Derrick’s Take On: ESG and Greenwashing
Throughout my internship, I have delved into the world of Environmental, Social, and Governance (ESG) disclosures. I am excited and cautiously optimistic about its potential. However, establishing ESG does face its fair share of challenges, such as patchy regulations, the lack of synchronization, opposing lobby groups, and a lack of understanding the dizzying maze of acronyms and jargon, such as CSDDD, ISSB, SASB, CDP, TCFD, TNFD, IIRC, ESRS. In this article, I want to explore one potential pitfall and critique of ESG regulation: greenwashing.
Given the relative novelty of the concept, there is significant criticism among proponents and opponents of ESG alike. One critique that deserves attention is the concern that a strong focus on ESG scores may promote greenwashing, meaning that companies may be pressured to prioritize high scores by any means necessary, potentially leading to a narrow focus on numbers without considering the broader context. However, it is essential to recognize that having ESG and related regulations provides a valuable framework for assessing and understanding claims, which cannot be underestimated.
To counter the temptation for greenwashing, the European Union has proposed the Green Claims Directive. This directive mandates that claims about the sustainability of a product or a service must additionally be supported by verifiable evidence. These measures are intended to make it more attractive for companies and investors to promote genuinely sustainable investments, and not just to give a product or brand a seemingly green coat of paint. At the same time, the United States, the Securities and Exchange Commission (SEC), is currently working to expand the so-called Fund “Names Rule” to include ESG-labeled investments. This amendment to the Fund Names Rule would require that the sustainably themed portfolios or brand names must accurately reflect this focus on sustainability in their investments. At least 80% of their assets would have to be invested in sustainable projects, to ensure an alignment between the fund’s name and its actual investments, and to attract investors who prioritize sustainability.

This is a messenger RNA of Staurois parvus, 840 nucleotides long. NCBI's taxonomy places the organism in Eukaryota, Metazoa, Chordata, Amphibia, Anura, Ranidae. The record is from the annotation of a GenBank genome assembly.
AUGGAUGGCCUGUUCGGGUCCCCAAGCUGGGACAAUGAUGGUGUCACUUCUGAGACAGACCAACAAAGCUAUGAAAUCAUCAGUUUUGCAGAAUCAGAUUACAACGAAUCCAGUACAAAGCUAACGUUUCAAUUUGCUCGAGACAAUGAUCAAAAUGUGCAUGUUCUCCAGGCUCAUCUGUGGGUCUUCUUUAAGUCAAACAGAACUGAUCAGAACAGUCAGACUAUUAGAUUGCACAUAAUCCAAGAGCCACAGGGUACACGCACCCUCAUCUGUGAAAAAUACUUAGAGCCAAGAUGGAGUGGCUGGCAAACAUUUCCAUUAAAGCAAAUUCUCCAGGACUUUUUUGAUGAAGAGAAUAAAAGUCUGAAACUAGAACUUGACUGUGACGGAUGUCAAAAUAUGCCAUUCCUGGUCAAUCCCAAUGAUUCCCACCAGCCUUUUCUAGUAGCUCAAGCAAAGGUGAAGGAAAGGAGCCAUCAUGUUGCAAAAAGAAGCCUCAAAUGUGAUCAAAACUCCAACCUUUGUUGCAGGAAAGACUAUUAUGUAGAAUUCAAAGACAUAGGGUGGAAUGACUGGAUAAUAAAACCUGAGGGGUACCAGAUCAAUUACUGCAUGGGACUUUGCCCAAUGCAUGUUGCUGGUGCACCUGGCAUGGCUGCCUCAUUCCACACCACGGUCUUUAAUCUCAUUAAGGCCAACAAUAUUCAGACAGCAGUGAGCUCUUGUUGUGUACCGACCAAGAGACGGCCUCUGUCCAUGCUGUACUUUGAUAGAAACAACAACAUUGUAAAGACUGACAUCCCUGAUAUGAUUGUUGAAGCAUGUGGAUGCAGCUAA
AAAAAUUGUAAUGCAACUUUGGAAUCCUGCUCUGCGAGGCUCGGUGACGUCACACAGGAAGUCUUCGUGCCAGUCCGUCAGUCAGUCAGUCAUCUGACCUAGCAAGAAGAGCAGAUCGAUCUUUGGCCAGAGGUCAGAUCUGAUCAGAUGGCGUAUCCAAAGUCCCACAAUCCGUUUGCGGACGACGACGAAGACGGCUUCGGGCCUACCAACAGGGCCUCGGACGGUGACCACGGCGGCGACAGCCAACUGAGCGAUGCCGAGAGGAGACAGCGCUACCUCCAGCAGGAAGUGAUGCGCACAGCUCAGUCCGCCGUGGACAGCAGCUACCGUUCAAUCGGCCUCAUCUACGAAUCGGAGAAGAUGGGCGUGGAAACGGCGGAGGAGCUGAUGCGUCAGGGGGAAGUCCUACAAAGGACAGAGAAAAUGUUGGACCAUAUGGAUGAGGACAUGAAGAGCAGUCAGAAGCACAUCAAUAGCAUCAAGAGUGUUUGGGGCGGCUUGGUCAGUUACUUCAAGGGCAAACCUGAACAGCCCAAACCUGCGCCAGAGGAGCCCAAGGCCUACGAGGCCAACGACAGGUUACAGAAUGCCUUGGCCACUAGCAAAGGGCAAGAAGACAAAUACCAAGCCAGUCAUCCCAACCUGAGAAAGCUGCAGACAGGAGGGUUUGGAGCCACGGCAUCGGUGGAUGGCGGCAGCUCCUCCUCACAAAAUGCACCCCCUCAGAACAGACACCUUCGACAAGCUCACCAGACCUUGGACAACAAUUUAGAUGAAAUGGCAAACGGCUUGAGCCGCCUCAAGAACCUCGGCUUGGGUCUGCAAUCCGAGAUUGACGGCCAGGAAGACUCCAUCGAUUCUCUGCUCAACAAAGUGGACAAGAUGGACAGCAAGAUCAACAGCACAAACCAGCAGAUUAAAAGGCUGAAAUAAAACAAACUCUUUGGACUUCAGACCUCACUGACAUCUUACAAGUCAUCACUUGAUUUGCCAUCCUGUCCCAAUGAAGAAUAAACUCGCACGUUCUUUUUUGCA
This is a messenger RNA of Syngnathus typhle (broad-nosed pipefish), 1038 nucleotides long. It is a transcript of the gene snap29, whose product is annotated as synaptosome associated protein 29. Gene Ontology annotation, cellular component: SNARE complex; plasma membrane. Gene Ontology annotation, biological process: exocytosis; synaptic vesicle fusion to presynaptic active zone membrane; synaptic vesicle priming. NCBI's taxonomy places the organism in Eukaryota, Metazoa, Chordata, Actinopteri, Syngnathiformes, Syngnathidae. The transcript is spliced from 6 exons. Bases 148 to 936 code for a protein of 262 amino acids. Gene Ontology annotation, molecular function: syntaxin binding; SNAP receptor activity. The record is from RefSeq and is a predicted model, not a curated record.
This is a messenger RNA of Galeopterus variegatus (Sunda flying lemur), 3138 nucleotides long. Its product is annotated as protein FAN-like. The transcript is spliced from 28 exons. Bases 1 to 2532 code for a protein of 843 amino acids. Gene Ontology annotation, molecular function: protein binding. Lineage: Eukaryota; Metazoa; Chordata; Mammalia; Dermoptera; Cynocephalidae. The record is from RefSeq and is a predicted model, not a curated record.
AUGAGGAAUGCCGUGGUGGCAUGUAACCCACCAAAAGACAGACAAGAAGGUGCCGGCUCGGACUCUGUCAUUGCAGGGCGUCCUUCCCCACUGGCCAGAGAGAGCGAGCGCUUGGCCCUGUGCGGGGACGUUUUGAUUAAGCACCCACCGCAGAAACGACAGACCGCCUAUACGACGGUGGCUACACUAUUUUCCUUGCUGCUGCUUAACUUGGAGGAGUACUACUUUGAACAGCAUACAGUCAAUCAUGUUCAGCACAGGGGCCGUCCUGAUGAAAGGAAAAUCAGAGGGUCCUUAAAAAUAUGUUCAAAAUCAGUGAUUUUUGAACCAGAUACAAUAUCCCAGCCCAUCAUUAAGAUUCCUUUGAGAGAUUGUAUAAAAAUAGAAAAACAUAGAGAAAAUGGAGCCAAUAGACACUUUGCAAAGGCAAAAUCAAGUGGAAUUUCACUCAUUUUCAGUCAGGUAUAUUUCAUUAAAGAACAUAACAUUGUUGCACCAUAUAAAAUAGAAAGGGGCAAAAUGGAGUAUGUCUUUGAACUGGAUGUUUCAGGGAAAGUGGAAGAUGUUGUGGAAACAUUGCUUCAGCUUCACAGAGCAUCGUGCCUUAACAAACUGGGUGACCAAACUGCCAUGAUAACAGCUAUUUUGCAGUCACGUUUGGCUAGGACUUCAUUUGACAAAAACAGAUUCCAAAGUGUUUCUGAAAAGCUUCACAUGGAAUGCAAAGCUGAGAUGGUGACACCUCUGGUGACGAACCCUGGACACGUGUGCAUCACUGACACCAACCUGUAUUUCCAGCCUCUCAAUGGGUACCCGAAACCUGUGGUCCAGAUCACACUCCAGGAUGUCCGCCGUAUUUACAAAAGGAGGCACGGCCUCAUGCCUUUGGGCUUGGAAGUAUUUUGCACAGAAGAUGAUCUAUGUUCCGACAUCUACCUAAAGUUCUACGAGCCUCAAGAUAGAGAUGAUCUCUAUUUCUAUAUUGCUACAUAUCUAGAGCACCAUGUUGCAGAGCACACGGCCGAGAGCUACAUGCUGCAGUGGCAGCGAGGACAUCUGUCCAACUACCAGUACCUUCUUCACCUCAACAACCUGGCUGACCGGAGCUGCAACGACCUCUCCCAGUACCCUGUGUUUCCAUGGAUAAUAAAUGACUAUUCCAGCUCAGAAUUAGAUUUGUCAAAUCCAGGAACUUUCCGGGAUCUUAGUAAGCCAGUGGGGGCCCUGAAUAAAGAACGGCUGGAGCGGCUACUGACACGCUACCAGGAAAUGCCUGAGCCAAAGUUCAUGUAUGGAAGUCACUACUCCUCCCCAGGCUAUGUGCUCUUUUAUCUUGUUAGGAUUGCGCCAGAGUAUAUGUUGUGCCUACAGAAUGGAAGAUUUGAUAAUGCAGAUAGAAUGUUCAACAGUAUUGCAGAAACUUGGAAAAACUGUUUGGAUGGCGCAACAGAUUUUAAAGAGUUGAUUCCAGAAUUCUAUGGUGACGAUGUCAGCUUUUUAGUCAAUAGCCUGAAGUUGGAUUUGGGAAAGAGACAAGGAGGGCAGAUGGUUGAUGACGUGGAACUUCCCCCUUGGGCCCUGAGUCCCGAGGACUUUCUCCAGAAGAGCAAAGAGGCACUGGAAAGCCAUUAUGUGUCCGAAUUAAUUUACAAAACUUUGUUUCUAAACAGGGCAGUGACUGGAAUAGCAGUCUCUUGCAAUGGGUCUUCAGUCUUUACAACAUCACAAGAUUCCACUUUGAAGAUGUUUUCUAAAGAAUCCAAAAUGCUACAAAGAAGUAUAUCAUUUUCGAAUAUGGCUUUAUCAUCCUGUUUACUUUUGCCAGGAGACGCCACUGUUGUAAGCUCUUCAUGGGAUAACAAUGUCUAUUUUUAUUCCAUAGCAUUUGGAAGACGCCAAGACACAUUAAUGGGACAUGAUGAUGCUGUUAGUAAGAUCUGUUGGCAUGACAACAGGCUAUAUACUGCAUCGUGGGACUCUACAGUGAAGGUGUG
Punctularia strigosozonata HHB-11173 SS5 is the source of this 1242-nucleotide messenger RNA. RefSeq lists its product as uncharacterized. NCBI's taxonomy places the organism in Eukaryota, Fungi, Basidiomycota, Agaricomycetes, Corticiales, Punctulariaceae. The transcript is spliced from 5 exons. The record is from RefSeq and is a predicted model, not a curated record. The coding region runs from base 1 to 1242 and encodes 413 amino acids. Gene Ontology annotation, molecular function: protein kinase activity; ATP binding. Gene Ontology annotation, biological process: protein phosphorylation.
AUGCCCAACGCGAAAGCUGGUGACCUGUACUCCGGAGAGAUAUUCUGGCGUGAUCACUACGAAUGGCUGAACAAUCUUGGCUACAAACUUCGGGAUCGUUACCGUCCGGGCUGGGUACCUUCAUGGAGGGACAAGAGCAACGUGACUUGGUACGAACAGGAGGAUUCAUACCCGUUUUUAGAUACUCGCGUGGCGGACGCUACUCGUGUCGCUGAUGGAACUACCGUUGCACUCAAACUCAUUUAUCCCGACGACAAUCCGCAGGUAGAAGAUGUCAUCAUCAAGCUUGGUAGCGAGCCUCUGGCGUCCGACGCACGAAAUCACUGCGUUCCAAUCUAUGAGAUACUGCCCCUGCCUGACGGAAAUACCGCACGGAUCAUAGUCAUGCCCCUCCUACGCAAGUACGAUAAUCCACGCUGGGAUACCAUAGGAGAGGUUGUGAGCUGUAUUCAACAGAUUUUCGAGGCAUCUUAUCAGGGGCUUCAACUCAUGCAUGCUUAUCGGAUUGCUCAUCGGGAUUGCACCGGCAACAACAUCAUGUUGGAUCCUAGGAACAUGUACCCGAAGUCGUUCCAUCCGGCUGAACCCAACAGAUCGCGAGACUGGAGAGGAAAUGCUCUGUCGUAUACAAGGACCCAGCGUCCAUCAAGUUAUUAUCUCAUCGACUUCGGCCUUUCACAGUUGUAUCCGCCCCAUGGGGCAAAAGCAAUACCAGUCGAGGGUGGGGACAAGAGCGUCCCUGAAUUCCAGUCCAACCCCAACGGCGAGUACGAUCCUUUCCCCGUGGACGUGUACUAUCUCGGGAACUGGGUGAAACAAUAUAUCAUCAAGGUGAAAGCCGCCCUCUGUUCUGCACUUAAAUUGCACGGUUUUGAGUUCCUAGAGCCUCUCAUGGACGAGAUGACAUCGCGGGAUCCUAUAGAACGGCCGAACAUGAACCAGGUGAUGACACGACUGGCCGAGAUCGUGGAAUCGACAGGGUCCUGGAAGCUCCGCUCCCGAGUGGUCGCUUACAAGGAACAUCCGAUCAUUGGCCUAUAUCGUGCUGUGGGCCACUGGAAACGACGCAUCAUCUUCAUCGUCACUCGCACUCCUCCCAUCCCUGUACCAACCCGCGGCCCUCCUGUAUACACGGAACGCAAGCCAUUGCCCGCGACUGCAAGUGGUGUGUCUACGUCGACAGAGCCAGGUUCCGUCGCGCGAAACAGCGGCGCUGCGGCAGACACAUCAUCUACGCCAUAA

In addition to greenwashing, I have come across closely related terms such as greenhushing and greenwishing. Greenhushing refers to situations where companies refuse to disclose information about their ESG goals, often due to concerns about low scores and potential investor backlash. This lack of transparency limits stakeholders‘ understanding of the company’s sustainability efforts. On the other hand, greenwishing occurs when companies set ambitious sustainability targets that exceed their capabilities, creating unrealistic aspirations. To address greenhushing, mandates for industry-specific disclosures and other measures can be implemented. As ESG standards and frameworks continue to strengthen over time, we can work towards tackling greenwishing as well.
Taking ESG regulations and sustainable investments seriously that emphasize the importance of independent, third-party auditing and reviews to ensure the credibility of ESG data and reports and thus promote fundamental changes to our economy and industry to more sustainable means of production is the only way, if we are completely honest with ourselves.
If we want to preserve our environment and thus our livelihoods, we must take crucial steps towards achieving a sustainable, green economy, even if the transition may be slow and imperfect, and hard. But it is important learn from our experiences and then apply these lessons learned, to continuously improve our future.
Derrick Adams-Slutkser (20/07/2023)